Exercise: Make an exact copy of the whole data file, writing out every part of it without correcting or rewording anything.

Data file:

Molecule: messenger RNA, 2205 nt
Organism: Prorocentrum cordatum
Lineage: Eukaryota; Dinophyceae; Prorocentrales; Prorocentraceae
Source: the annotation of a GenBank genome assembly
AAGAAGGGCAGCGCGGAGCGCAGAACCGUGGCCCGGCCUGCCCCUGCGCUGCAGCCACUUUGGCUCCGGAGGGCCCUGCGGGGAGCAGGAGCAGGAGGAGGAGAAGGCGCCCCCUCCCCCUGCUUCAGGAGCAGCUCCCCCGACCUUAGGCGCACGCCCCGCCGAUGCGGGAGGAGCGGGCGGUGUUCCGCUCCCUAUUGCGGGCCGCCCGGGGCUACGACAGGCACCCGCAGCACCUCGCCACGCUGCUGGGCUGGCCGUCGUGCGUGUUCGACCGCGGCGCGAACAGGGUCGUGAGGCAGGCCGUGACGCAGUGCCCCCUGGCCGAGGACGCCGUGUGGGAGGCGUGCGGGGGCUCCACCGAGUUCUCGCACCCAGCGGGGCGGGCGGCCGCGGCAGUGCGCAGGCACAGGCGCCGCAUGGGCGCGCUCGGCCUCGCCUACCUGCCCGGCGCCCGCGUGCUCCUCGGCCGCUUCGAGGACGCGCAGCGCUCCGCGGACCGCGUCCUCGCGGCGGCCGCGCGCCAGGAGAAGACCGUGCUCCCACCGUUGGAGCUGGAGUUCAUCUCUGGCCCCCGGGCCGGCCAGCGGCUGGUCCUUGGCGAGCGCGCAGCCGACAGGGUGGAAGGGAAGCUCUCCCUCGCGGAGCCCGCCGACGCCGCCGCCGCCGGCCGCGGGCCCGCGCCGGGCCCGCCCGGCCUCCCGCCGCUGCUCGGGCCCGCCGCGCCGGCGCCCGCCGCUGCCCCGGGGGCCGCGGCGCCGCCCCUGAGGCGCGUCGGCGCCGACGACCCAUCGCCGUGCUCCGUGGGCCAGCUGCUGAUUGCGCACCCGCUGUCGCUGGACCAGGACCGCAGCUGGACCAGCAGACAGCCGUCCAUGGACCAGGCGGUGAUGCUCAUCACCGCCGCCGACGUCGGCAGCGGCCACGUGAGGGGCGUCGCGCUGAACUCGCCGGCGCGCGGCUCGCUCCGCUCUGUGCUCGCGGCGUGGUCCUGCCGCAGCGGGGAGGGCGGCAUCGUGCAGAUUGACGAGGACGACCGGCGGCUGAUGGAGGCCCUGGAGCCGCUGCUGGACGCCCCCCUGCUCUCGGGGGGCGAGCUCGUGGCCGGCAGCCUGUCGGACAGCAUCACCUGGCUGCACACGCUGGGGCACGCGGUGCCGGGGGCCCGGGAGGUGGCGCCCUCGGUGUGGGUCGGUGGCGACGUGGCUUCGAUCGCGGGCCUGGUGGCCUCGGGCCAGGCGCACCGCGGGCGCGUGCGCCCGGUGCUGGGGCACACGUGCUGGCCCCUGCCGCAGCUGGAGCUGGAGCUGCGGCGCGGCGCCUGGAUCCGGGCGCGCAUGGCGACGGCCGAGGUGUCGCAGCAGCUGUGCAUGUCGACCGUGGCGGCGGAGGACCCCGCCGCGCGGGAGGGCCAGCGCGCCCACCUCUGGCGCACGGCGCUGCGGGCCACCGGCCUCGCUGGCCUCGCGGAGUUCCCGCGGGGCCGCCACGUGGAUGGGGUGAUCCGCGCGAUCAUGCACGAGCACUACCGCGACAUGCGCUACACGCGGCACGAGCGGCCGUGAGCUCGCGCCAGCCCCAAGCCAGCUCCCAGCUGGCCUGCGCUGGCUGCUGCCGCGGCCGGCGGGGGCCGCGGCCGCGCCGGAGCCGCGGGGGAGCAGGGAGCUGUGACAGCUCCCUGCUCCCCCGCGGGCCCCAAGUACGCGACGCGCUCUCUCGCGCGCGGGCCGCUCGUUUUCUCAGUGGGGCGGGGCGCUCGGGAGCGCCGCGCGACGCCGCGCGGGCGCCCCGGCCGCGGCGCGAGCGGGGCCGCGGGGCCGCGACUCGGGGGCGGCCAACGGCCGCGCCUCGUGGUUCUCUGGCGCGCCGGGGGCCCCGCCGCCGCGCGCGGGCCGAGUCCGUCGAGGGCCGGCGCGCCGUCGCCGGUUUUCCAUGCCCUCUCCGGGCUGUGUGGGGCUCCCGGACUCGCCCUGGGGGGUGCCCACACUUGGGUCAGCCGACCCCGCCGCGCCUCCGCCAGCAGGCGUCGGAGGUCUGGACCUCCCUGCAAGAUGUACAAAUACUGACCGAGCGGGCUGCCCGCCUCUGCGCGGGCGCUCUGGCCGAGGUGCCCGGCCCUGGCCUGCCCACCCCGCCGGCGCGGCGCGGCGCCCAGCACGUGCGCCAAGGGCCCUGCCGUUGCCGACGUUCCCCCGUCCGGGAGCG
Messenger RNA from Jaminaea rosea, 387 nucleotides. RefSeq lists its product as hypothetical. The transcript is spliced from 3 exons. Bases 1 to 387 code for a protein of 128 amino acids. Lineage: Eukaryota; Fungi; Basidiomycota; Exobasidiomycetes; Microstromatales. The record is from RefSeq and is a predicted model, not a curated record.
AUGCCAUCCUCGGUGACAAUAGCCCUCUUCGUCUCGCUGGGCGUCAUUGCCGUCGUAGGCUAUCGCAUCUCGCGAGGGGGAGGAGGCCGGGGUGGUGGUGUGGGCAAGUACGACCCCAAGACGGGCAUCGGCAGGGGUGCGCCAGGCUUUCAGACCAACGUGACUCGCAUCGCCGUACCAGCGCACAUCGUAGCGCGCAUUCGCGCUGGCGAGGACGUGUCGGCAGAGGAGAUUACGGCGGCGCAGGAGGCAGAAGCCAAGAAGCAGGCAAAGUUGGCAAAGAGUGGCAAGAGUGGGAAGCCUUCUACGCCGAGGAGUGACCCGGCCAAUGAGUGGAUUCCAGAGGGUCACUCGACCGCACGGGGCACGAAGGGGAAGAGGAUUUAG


Molecule: messenger RNA, 2205 nt
Organism: Prorocentrum cordatum
Lineage: Eukaryota; Dinophyceae; Prorocentrales; Prorocentraceae
Source: the annotation of a GenBank genome assembly
AAGAAGGGCAGCGCGGAGCGCAGAACCGUGGCCCGGCCUGCCCCUGCGCUGCAGCCACUUUGGCUCCGGAGGGCCCUGCGGGGAGCAGGAGCAGGAGGAGGAGAAGGCGCCCCCUCCCCCUGCUUCAGGAGCAGCUCCCCCGACCUUAGGCGCACGCCCCGCCGAUGCGGGAGGAGCGGGCGGUGUUCCGCUCCCUAUUGCGGGCCGCCCGGGGCUACGACAGGCACCCGCAGCACCUCGCCACGCUGCUGGGCUGGCCGUCGUGCGUGUUCGACCGCGGCGCGAACAGGGUCGUGAGGCAGGCCGUGACGCAGUGCCCCCUGGCCGAGGACGCCGUGUGGGAGGCGUGCGGGGGCUCCACCGAGUUCUCGCACCCAGCGGGGCGGGCGGCCGCGGCAGUGCGCAGGCACAGGCGCCGCAUGGGCGCGCUCGGCCUCGCCUACCUGCCCGGCGCCCGCGUGCUCCUCGGCCGCUUCGAGGACGCGCAGCGCUCCGCGGACCGCGUCCUCGCGGCGGCCGCGCGCCAGGAGAAGACCGUGCUCCCACCGUUGGAGCUGGAGUUCAUCUCUGGCCCCCGGGCCGGCCAGCGGCUGGUCCUUGGCGAGCGCGCAGCCGACAGGGUGGAAGGGAAGCUCUCCCUCGCGGAGCCCGCCGACGCCGCCGCCGCCGGCCGCGGGCCCGCGCCGGGCCCGCCCGGCCUCCCGCCGCUGCUCGGGCCCGCCGCGCCGGCGCCCGCCGCUGCCCCGGGGGCCGCGGCGCCGCCCCUGAGGCGCGUCGGCGCCGACGACCCAUCGCCGUGCUCCGUGGGCCAGCUGCUGAUUGCGCACCCGCUGUCGCUGGACCAGGACCGCAGCUGGACCAGCAGACAGCCGUCCAUGGACCAGGCGGUGAUGCUCAUCACCGCCGCCGACGUCGGCAGCGGCCACGUGAGGGGCGUCGCGCUGAACUCGCCGGCGCGCGGCUCGCUCCGCUCUGUGCUCGCGGCGUGGUCCUGCCGCAGCGGGGAGGGCGGCAUCGUGCAGAUUGACGAGGACGACCGGCGGCUGAUGGAGGCCCUGGAGCCGCUGCUGGACGCCCCCCUGCUCUCGGGGGGCGAGCUCGUGGCCGGCAGCCUGUCGGACAGCAUCACCUGGCUGCACACGCUGGGGCACGCGGUGCCGGGGGCCCGGGAGGUGGCGCCCUCGGUGUGGGUCGGUGGCGACGUGGCUUCGAUCGCGGGCCUGGUGGCCUCGGGCCAGGCGCACCGCGGGCGCGUGCGCCCGGUGCUGGGGCACACGUGCUGGCCCCUGCCGCAGCUGGAGCUGGAGCUGCGGCGCGGCGCCUGGAUCCGGGCGCGCAUGGCGACGGCCGAGGUGUCGCAGCAGCUGUGCAUGUCGACCGUGGCGGCGGAGGACCCCGCCGCGCGGGAGGGCCAGCGCGCCCACCUCUGGCGCACGGCGCUGCGGGCCACCGGCCUCGCUGGCCUCGCGGAGUUCCCGCGGGGCCGCCACGUGGAUGGGGUGAUCCGCGCGAUCAUGCACGAGCACUACCGCGACAUGCGCUACACGCGGCACGAGCGGCCGUGAGCUCGCGCCAGCCCCAAGCCAGCUCCCAGCUGGCCUGCGCUGGCUGCUGCCGCGGCCGGCGGGGGCCGCGGCCGCGCCGGAGCCGCGGGGGAGCAGGGAGCUGUGACAGCUCCCUGCUCCCCCGCGGGCCCCAAGUACGCGACGCGCUCUCUCGCGCGCGGGCCGCUCGUUUUCUCAGUGGGGCGGGGCGCUCGGGAGCGCCGCGCGACGCCGCGCGGGCGCCCCGGCCGCGGCGCGAGCGGGGCCGCGGGGCCGCGACUCGGGGGCGGCCAACGGCCGCGCCUCGUGGUUCUCUGGCGCGCCGGGGGCCCCGCCGCCGCGCGCGGGCCGAGUCCGUCGAGGGCCGGCGCGCCGUCGCCGGUUUUCCAUGCCCUCUCCGGGCUGUGUGGGGCUCCCGGACUCGCCCUGGGGGGUGCCCACACUUGGGUCAGCCGACCCCGCCGCGCCUCCGCCAGCAGGCGUCGGAGGUCUGGACCUCCCUGCAAGAUGUACAAAUACUGACCGAGCGGGCUGCCCGCCUCUGCGCGGGCGCUCUGGCCGAGGUGCCCGGCCCUGGCCUGCCCACCCCGCCGGCGCGGCGCGGCGCCCAGCACGUGCGCCAAGGGCCCUGCCGUUGCCGACGUUCCCCCGUCCGGGAGCG
Messenger RNA from Jaminaea rosea, 387 nucleotides. RefSeq lists its product as hypothetical. The transcript is spliced from 3 exons. Bases 1 to 387 code for a protein of 128 amino acids. Lineage: Eukaryota; Fungi; Basidiomycota; Exobasidiomycetes; Microstromatales. The record is from RefSeq and is a predicted model, not a curated record.
AUGCCAUCCUCGGUGACAAUAGCCCUCUUCGUCUCGCUGGGCGUCAUUGCCGUCGUAGGCUAUCGCAUCUCGCGAGGGGGAGGAGGCCGGGGUGGUGGUGUGGGCAAGUACGACCCCAAGACGGGCAUCGGCAGGGGUGCGCCAGGCUUUCAGACCAACGUGACUCGCAUCGCCGUACCAGCGCACAUCGUAGCGCGCAUUCGCGCUGGCGAGGACGUGUCGGCAGAGGAGAUUACGGCGGCGCAGGAGGCAGAAGCCAAGAAGCAGGCAAAGUUGGCAAAGAGUGGCAAGAGUGGGAAGCCUUCUACGCCGAGGAGUGACCCGGCCAAUGAGUGGAUUCCAGAGGGUCACUCGACCGCACGGGGCACGAAGGGGAAGAGGAUUUAG